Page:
“One does not fight corruption by fighting corruption.” —Daniel Kaufman, writer
The right age to begin prepping for the SAT
I’m a fan of the old Bogart/Bergman movie classic Casablanca. In the hub-bub over the newest college admissions scandal, I’m reminded of the scene in which Capt. Renault is shutting down an illegal casino while being handed his winnings.
“I’m shocked—shocked—” he says, to discover gambling going on.
What? Cheating to get into college? My God, I’m so shocked. I’m stunned to the marrow of my being. How could it be? You mean, the system isn’t fair? You mean, cheaters can game it? With money?
What’s most shocking to me is not the fact of corrupt practices in our institutional life but the idea anyone could pretend to be surprised and dismayed. Bribery, test-taking ringers, cheating, legacy admissions, parents working webs of connections with other parents to get their kid into the right Pre-K—no one noticed these things before now? We subject children to an unhealthy level of competition, which is a tool and not a way of life.
How could people be so shocked by such a grand old American tradition? Have they been asleep? Do they not care? Or are they too busy taking advantage of inequalities built into the system to say anything about the corruption? It’s just another case of the wealthy taking care of the wealthy. Like bees to the honey, money-making schemers and racketeers cluster around education–a good reason to keep privatization out of it. If affirmative action is based on the color of your skin, then legacy admissions are based on the color of your money. And money in our culture is white.
In the US, it’s no longer merit and ability that get you where you want to go (if it ever was), it’s money. And the goal of education is not enlightenment or tolerance or anything human: the goal is just more money. This has been the case for some time, now. The paradigm has undergone a shift. And what makes us believe money is the answer? It’s that significant shift in the meaning and purpose of our society. The goal, I thought, was to get an education so you could give something back, not so you could manage the country club dues or the payments on the Land Rover or those SAT Prep classes for the kid.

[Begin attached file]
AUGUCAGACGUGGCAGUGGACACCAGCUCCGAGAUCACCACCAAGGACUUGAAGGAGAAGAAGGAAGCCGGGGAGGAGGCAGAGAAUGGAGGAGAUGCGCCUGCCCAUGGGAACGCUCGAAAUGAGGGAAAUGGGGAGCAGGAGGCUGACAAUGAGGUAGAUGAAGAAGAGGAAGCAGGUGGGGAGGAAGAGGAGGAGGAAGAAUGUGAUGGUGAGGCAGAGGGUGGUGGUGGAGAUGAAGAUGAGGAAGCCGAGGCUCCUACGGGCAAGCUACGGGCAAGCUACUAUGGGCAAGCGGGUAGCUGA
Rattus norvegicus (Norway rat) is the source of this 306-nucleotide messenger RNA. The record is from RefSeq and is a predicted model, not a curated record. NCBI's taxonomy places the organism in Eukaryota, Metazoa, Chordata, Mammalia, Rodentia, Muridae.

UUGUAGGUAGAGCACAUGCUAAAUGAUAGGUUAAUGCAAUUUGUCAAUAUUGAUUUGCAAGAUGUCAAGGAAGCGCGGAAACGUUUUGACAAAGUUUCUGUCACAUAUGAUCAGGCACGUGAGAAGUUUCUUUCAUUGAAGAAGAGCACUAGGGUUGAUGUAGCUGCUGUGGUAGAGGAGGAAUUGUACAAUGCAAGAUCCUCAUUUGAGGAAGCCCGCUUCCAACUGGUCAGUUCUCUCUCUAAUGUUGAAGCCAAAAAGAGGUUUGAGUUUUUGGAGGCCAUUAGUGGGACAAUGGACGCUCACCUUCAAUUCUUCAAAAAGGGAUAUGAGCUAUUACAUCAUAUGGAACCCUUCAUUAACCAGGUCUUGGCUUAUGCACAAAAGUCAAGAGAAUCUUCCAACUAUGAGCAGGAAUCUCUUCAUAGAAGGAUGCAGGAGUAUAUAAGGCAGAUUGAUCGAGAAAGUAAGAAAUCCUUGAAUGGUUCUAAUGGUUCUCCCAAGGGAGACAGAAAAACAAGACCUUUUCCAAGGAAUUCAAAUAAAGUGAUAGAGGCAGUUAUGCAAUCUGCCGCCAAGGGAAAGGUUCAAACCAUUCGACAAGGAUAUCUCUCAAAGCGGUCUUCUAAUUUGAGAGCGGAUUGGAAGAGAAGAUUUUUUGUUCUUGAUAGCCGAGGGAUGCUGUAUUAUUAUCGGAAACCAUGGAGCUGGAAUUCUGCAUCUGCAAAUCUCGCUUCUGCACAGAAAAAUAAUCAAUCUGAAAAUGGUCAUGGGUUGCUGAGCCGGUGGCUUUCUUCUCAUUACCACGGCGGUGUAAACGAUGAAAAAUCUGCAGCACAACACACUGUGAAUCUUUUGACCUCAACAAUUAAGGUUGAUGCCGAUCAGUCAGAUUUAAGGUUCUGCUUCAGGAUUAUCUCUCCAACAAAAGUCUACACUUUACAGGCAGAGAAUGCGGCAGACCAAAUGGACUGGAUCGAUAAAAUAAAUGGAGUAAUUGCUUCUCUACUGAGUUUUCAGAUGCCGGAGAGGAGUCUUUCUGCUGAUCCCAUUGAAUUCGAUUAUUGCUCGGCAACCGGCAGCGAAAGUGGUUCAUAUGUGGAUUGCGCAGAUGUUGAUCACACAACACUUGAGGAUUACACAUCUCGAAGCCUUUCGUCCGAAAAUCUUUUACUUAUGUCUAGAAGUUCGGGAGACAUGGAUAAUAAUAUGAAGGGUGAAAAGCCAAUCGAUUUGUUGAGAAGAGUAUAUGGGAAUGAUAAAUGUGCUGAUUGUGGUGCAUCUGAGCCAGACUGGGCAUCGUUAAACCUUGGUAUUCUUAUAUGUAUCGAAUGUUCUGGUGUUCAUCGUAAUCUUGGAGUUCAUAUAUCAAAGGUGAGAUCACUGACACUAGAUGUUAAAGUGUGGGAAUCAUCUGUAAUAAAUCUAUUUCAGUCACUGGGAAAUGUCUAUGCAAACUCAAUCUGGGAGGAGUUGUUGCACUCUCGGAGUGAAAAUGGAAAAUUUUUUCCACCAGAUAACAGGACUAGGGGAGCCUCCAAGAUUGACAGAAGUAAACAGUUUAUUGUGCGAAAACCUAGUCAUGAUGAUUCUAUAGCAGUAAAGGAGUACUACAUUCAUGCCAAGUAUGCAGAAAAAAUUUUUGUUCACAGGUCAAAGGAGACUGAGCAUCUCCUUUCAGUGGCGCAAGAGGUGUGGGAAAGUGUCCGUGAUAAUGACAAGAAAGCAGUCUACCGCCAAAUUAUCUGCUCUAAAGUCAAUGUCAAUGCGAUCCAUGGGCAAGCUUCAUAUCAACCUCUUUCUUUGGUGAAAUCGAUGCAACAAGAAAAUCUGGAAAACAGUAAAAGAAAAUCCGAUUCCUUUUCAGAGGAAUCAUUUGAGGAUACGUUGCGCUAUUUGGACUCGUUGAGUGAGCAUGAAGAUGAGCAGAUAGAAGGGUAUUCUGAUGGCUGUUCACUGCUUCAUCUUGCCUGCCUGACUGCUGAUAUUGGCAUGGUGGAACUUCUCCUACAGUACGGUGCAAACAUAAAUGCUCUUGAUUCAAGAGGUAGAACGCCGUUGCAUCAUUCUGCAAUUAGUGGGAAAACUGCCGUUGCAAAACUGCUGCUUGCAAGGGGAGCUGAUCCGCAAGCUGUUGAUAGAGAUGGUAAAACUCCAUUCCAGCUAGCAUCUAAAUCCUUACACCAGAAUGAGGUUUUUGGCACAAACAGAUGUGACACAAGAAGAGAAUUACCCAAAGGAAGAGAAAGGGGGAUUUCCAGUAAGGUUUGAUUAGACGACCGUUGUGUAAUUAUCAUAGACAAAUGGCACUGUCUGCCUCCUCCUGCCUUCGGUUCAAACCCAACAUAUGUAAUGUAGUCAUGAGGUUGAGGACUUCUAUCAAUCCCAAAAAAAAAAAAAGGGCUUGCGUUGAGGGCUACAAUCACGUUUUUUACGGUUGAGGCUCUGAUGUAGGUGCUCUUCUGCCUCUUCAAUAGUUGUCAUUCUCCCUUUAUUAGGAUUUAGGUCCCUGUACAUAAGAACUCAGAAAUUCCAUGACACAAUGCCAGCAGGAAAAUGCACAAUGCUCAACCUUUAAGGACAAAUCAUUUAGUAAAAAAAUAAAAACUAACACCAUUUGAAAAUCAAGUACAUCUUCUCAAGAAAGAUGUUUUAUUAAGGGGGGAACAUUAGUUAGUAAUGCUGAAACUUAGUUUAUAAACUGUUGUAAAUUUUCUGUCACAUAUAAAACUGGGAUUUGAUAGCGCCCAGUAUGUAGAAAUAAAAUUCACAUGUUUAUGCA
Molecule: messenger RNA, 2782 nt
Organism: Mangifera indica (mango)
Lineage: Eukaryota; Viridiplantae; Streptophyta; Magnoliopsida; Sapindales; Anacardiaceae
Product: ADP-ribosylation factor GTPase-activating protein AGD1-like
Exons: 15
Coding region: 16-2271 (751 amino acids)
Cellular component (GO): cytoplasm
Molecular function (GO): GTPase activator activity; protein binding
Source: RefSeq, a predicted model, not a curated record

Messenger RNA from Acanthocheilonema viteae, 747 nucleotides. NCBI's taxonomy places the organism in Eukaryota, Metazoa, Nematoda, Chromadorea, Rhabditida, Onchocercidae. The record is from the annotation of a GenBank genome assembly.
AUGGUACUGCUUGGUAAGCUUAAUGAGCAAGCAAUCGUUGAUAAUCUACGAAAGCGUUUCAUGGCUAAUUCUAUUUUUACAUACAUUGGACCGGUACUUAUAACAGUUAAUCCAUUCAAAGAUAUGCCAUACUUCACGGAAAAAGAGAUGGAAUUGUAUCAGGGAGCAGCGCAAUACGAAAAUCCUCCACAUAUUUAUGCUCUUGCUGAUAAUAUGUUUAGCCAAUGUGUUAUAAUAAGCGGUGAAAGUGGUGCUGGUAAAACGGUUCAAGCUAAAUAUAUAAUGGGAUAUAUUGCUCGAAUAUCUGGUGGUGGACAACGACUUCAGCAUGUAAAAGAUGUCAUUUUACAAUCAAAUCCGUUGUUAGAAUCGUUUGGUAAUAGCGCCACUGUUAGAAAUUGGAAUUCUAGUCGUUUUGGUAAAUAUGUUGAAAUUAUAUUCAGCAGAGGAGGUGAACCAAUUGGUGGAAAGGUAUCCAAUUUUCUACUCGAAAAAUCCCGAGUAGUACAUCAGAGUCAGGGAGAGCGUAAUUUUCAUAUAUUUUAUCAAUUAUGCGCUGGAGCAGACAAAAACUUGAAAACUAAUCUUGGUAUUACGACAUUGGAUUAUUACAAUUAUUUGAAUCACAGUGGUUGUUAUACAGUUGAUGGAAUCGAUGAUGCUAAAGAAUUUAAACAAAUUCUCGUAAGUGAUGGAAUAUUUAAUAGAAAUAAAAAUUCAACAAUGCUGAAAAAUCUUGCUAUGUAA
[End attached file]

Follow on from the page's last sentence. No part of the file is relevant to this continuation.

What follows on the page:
Why are people going to such lengths to get their kids into college? Why are people apparently so surprised by the wrong-doing? Why does a college education cost so much? How do we level the playing field? Do we want to level the playing field? One of the first things we could do is stop emphasizing SAT/ACT scores by making the tests a graduation requirement for everyone. If everyone has to pass one to graduate, then no one will any longer think the scores are important.
The scandal over the corrupting influence of money in US college admissions is another example of short-term goals winning out over long-term purpose. I’m all for goals; they get you to tomorrow. But purpose—understanding the meaning and reason for what you’re doing—is what gets you through the whole year and beyond.